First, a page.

One generation ago, party affiliation scarcely predicted Americans’ views on the Israeli-Palestinian issue, as Republican and Democratic opinions were virtually similar. In 2001, the Pew Research Center gauged conservative, Republican sympathy for Israel at fifty-six percent to twelve percent for Palestinians. That same year, liberal Democrats expressed sympathy for Israel, rather than the Palestinians, by a similar margin, forty-eight percent to eighteen percent. In the ensuing years, however, conservative support for Israel has skyrocketed, reaching seventy-eight percent according to a poll released in January 2017, with only eight percent expressing sympathy for Palestinians. Meanwhile, liberal support for Palestinians has increased to the point where more now sympathize with Palestine than with Israel, by a 38 to 26 margin.

Last summer, at the Republican and Democratic National Conventions, this divergence in public opinion was reflected for the first time in the platforms of the two major parties.

Prior to last year’s conventions, both the Republican and Democratic platforms offered begrudging acceptance of Palestinian statehood as being in Israel’s best interest. In the run-up to last year’s Republican National Convention, however, the Republicans dropped even this token support for Palestinian statehood from its platform, instead supported Israel’s efforts to dictate terms for resolution of the conflict. Meanwhile, Democrats adopted platform language recognizing statehood as a right of the Palestinian people. The party also only narrowly rejected even stronger language, calling for an end to Israeli military occupation and illegal settlements.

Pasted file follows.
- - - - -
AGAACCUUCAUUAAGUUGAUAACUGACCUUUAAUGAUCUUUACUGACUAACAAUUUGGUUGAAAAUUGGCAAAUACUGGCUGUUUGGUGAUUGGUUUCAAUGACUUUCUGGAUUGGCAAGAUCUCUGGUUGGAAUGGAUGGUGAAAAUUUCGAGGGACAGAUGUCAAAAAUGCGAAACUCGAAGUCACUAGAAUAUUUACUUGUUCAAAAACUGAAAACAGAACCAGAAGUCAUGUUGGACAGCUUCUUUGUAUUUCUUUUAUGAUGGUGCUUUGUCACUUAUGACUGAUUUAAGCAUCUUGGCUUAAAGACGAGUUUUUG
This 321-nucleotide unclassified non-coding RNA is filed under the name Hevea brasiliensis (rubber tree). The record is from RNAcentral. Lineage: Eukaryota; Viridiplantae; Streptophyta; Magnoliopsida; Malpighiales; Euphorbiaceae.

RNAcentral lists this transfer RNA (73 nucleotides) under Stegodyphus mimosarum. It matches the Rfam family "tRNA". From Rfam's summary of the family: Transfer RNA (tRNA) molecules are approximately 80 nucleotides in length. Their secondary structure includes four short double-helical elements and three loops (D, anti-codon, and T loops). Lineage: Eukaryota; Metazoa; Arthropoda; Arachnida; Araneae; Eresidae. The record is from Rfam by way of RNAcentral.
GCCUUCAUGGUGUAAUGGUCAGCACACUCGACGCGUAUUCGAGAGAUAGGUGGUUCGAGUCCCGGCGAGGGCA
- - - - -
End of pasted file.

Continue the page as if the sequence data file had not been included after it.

This brewing division in public opinion and at the base of the Republican and Democratic parties has percolated upwards to Members of Congress. This was evidenced by the competing responses to President Obama’s decision to abstain on the UN Security Council resolution, reaffirming the illegality of Israeli settlements.

With Donald Trump entering the White House intent on melding U.S. policy with the aspirations of the most extremist elements within Israel’s far-right government—unrestrained colonization of Palestinian land in the West Bank, including East Jerusalem; Israeli annexation of some or all of these Palestinian territories; moving the U.S. Embassy to the contested city of Jerusalem and recognizing exclusive Israeli sovereignty there; and continuing to place Palestinians under permanent separate and unequal status—Republicans in Congress seem eager to back him. 

As this radical agenda is implemented, more Democrats on the Hill will continue to peel away from full-throated support for Israel and will be forced to reckon with the fact that Palestinian statehood has been foreclosed in favor of apartheid rule. As Representative Luis Gutierrez stated during the H.Res.11 debate, “under the current strongman government in Israel, all pretenses and illusions are being stripped away,” when it comes to Israel’s refusal to allow for a Palestinian state.